Local readers will recognize many of the leading citizens who feature in the two volumes. There are, of course, the Dunsmuirs – father Robert, son James, and the pretty daughters. (Dunsmuir Street runs behind Nanaimo City Hall and in front of the large bingo hall called Dunsmuir Palace.) There are many references to Mark Bate, longtime mayor and patron of Nanaimo’s celebrated Silver Cornet Band. (The band is still active and a bronze bust of the former mayor sits downtown in Mark Bate Memorial Tree Plaza.) Nanaimo’s ethnic communities and the contributions of immigrants from China, Finland, Italy, and Croatia are described. As might be expected, both volumes deal extensively with the coal mines of Nanaimo and nearby Wellington. But other commercial activities – ship-building, whaling, brewing, cigar-making, fishing, and logging – are also described. The author acknowledges industrial strife and the gruesome death rates in the mines. (An appendix to Hub City contains the names of nearly 300 men killed in the coal mines between 1879 and 1920. The descendants of many victims live in Nanaimo today.) But this is not a gloomy or melancholy narrative; rather, it is a chronicle of social diversity and community resilience.
Promotional blurbs from the publisher promise a “Fact-Packed Nanaimo History.” The books deliver on this promise. Jan Peterson has mined the rich seams of the local museum and archives and has unearthed carloads of historical material (metaphor intended!). She has consulted many secondary works, as is evident from the bibliographies that accompany each volume. However, these fact-packed books may disappoint some readers of BC Studies. The books are long on action but short on analysis. There is no synthesis of the extensive literature on Nanaimo, no commentary on current research (John Belshaw’s work is not mentioned or cited), no suggestions for new lines of enquiry. But possibly the author intends to offer a critical perspective on Nanaimo’s history and historians in the final volume of the trilogy. If so, we look forward to it. It would be an opportunity to reconsider entrepreneurs like furniture manufacturer John Hilbert and sawmill owner Arthur Haslam. Since these men looked to Vancouver for leadership, the author may want to look at recent scholarship on Vancouver’s business elite. Similarly, she may want to place the labour movement in Nanaimo within a broader context. Were union activists in Black Diamond City different from their comrades in roaring towns like Rossland? And what about the character of modern-day Nanaimo? Is the tough-guy personality a legacy of 100 years of labour strife? Is the community still smarting from capitalists who left slagheaps on the waterfront and built castles in Victoria? These are compelling questions and, with her formidable knowledge of Nanaimo history, Jan Peterson might consider them in her concluding volume.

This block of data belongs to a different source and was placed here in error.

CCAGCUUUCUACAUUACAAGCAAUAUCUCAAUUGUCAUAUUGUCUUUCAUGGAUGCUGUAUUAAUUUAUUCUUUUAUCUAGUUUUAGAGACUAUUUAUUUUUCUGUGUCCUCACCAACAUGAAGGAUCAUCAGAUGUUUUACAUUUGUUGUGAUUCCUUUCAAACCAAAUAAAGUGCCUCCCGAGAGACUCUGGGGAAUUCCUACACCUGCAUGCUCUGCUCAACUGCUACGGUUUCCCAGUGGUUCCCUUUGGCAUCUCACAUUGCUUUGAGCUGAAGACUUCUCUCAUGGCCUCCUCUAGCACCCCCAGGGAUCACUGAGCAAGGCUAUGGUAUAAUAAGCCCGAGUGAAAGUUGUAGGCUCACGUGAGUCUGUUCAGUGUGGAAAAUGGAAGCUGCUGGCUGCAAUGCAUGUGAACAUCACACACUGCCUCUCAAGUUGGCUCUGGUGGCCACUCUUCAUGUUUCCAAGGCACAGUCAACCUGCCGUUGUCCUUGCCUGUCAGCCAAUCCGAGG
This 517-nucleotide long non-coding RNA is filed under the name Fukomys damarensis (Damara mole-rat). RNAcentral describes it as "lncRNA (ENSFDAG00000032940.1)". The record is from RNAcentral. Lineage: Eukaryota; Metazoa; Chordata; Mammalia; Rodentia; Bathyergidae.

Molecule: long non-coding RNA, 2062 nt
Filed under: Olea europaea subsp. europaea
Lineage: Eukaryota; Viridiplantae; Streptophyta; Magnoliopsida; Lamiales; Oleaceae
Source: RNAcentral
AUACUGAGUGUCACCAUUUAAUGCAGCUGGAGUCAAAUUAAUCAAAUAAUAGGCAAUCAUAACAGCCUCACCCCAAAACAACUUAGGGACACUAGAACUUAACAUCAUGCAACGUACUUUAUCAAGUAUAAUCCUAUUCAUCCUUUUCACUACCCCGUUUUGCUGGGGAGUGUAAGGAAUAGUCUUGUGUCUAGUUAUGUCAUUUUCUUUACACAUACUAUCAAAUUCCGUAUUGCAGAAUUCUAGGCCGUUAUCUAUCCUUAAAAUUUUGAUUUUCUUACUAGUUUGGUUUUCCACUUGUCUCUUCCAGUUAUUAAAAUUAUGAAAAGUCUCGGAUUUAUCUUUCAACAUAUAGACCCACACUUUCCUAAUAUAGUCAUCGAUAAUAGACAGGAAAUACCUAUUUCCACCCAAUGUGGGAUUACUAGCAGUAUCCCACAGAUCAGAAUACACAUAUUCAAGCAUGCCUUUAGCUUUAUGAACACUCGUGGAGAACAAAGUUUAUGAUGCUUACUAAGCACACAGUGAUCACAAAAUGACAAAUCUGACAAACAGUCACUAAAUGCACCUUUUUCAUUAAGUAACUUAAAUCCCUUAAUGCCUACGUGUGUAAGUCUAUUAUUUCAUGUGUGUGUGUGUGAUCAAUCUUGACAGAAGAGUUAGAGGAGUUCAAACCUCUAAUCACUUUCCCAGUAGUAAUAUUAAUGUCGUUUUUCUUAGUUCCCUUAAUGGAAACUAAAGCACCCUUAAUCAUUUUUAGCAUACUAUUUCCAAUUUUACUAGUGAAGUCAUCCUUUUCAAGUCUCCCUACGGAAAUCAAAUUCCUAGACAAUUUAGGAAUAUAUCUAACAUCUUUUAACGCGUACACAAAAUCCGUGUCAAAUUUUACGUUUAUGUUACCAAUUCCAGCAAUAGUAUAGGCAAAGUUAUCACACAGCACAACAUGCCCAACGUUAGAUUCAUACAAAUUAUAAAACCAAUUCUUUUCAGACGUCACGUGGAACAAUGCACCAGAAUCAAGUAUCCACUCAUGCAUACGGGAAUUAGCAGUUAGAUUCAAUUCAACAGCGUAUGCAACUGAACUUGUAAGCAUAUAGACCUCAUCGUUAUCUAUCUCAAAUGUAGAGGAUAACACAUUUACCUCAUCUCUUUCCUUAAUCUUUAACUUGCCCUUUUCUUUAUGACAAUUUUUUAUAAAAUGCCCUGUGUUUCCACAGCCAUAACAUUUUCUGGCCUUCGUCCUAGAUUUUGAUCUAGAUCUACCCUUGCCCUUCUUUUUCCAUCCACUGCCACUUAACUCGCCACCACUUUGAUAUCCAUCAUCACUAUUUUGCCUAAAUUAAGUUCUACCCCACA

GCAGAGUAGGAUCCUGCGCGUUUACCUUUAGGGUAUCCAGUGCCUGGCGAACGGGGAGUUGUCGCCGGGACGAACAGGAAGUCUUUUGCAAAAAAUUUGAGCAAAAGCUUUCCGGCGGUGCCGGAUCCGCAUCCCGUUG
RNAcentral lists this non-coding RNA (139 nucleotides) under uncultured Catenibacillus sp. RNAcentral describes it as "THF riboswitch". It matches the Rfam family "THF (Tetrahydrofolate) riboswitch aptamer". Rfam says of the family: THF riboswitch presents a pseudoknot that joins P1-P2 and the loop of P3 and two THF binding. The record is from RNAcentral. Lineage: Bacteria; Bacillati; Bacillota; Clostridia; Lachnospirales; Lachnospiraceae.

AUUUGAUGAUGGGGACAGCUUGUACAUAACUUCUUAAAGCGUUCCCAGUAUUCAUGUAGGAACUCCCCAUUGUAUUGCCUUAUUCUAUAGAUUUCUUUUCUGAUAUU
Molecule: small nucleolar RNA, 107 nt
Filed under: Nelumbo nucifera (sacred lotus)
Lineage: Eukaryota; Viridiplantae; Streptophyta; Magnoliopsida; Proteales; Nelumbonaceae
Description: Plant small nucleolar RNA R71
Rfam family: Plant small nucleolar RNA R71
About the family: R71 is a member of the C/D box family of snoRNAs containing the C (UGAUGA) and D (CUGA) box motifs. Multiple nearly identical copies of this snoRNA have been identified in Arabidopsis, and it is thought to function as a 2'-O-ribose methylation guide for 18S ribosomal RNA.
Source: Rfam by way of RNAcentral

On a more prosaic note, Volume 3 would be a good place to install conventional endnotes instead of the quirky and cryptic citations that appear in the first two volumes. Also, the publisher, Heritage House, should hire a copy editor and proofreader to oversee the bibliography in the new volume. The bibliographies in these volumes contain many errors and inconsistencies.
Still, these are attractive and appealing books. The cover of Black Diamond City features a hand-tinted photograph, circa 1890, of the Bastion and Nanaimo harbour. Hub City features a 1984 painting by Paul Gagnon, depicting Commercial Inlet, circa 1910. The first volume contains charming line drawings by the author, and both volumes are illustrated with interesting, well placed, and well captioned historical photographs. Both books are indexed, and both are informative, entertaining, and well written. And they are popular: according to Nanaimo’s leading bookseller, P.B. Cruise, they are selling at an extraordinary rate. No surprise there: the people of Nanaimo have a big appetite for history and Jan Peterson has put two delectable dishes on the table. A third dish is on the way.